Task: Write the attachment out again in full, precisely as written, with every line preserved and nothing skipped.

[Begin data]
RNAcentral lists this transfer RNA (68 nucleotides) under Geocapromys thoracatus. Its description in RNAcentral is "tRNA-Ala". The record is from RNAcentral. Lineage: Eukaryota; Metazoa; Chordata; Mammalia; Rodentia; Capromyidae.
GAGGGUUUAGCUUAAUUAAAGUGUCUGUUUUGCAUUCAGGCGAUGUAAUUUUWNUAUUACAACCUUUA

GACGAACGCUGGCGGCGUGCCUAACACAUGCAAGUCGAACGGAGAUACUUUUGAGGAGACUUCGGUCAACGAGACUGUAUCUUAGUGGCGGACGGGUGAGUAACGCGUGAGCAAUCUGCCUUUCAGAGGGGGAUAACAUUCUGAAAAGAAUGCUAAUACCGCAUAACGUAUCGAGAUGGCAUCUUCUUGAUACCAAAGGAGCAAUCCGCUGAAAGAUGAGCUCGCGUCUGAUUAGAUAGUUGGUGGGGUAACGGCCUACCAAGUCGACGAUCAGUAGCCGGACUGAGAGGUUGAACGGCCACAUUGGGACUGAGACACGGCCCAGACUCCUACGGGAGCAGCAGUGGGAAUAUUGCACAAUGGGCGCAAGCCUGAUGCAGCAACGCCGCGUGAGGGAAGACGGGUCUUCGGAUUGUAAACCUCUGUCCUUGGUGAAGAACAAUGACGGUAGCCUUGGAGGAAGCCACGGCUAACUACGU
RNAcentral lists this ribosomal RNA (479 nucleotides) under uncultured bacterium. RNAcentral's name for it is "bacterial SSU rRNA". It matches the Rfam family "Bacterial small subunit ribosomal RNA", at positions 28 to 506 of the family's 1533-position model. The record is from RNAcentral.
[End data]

RNAcentral lists this transfer RNA (68 nucleotides) under Geocapromys thoracatus. Its description in RNAcentral is "tRNA-Ala". The record is from RNAcentral. Lineage: Eukaryota; Metazoa; Chordata; Mammalia; Rodentia; Capromyidae.
GAGGGUUUAGCUUAAUUAAAGUGUCUGUUUUGCAUUCAGGCGAUGUAAUUUUWNUAUUACAACCUUUA

GACGAACGCUGGCGGCGUGCCUAACACAUGCAAGUCGAACGGAGAUACUUUUGAGGAGACUUCGGUCAACGAGACUGUAUCUUAGUGGCGGACGGGUGAGUAACGCGUGAGCAAUCUGCCUUUCAGAGGGGGAUAACAUUCUGAAAAGAAUGCUAAUACCGCAUAACGUAUCGAGAUGGCAUCUUCUUGAUACCAAAGGAGCAAUCCGCUGAAAGAUGAGCUCGCGUCUGAUUAGAUAGUUGGUGGGGUAACGGCCUACCAAGUCGACGAUCAGUAGCCGGACUGAGAGGUUGAACGGCCACAUUGGGACUGAGACACGGCCCAGACUCCUACGGGAGCAGCAGUGGGAAUAUUGCACAAUGGGCGCAAGCCUGAUGCAGCAACGCCGCGUGAGGGAAGACGGGUCUUCGGAUUGUAAACCUCUGUCCUUGGUGAAGAACAAUGACGGUAGCCUUGGAGGAAGCCACGGCUAACUACGU
RNAcentral lists this ribosomal RNA (479 nucleotides) under uncultured bacterium. RNAcentral's name for it is "bacterial SSU rRNA". It matches the Rfam family "Bacterial small subunit ribosomal RNA", at positions 28 to 506 of the family's 1533-position model. The record is from RNAcentral.